Advice on Trilobot

Hi,
My name is Stephen and I am an A level Computer Science teacher. We have recently purchased some Trilobots and (on backorder) Rpi 4 8Gbs to help introduce the students to robotics and physical computing, as well as other areas (Operating Systems, sensors etc. etc.)
I have two things I would like some advice on please.

Firstly, the Pi 4s will have to triple duty as both project resource, hackable desktop computers and robot brains. To make this easier, I intend to design and print “pod” cases (or possibly a lid for the standard case) that will allow us to clip the RPi on the top of the trilobot, where the battery normally lives. My intention is to relocate the battery to between the layers, effectively swapping the battery and Pi. I have extension GPIO cables I can then plug in to the Pi and the Triolobot board (there will be slot in the lid of the pod to take the cable)

Can anyone see any problems with this idea?

Secondly, and much harder, I have replaced the standard motors with MMMEs. I now want to try and read the encoders. I have added an IO Expander to each bot to help. Essentially, for basic speed control, I need the IO Expander to time between encoder state changes and allow the time values to be retrieved by the Pi. What is the simplest reliable approach for this? Can this be done without writing custom code for the Nuvotron?

Ahoy Stephen! Our robotics supremo Chris says this:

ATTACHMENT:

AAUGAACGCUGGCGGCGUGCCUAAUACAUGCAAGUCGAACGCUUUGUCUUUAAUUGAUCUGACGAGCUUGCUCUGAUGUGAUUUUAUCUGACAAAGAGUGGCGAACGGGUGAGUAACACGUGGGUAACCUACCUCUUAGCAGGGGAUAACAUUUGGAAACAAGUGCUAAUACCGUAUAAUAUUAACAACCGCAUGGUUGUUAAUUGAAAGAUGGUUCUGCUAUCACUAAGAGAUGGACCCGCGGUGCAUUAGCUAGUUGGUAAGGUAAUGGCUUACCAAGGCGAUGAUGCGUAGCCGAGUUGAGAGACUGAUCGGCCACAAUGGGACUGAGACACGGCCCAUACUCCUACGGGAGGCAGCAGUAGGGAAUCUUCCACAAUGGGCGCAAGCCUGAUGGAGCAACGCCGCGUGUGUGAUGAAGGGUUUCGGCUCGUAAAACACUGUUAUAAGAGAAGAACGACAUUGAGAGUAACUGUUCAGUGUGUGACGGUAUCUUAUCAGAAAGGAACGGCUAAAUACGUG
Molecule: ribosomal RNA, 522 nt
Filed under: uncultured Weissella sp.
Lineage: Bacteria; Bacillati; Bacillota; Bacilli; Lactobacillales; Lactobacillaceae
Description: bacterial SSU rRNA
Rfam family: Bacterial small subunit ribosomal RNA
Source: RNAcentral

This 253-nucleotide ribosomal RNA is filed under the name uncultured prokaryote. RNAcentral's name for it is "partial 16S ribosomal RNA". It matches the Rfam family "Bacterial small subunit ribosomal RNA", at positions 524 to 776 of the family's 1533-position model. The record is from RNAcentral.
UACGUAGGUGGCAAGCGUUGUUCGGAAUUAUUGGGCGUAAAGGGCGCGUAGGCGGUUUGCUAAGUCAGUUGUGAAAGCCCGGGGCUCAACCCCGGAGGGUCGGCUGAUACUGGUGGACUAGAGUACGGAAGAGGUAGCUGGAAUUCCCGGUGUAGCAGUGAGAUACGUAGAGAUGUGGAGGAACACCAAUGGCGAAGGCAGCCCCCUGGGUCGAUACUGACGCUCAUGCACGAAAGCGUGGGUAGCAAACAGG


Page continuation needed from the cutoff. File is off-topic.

The IOExpander has built-in support for counting encoders. There is also the option to count_microsteps , which gives higher resolution for this type of application: ioe-python/__init__.py at bd83c2934277140c31874ca0f06e6e8e0df6482f · pimoroni/ioe-python · GitHub

Can anyone see any problems with this idea?

Seems sound, though the top board doesn’t have GPIO holes, so you’d have to adapt the 2x20 to cables, then back to 2x20. Or 3D print your own top board using the mechanical drawings.

Thanks Hel and Chris

I was going to take a GPIO extender cable over the side.

Thanks, the code samples look helpful. The one challenge I have now is I have translate everything; we code in Java rather than Python, but we have gotten pretty good at doing that.

On the MMMEs, what is the encoder output like? How many pulses per motor rotation and is it a single signal or two like some I have seen elsewhere?

No worries - hope you manage to get it working! :)

MMMEs output a standard two pin quadrature signal, which lets you know speed and direction. The decoding of this is handled by the firmware of the IO Expander, meaning you just get a count value back that increases or decreases over time.
As for counts, the magnetic discs we use you get 12 counts per revolution of the motor’s drive shaft, so multiply that by the gear ratio to get the final counts per revolution (e.g. 12 * 50 = 600).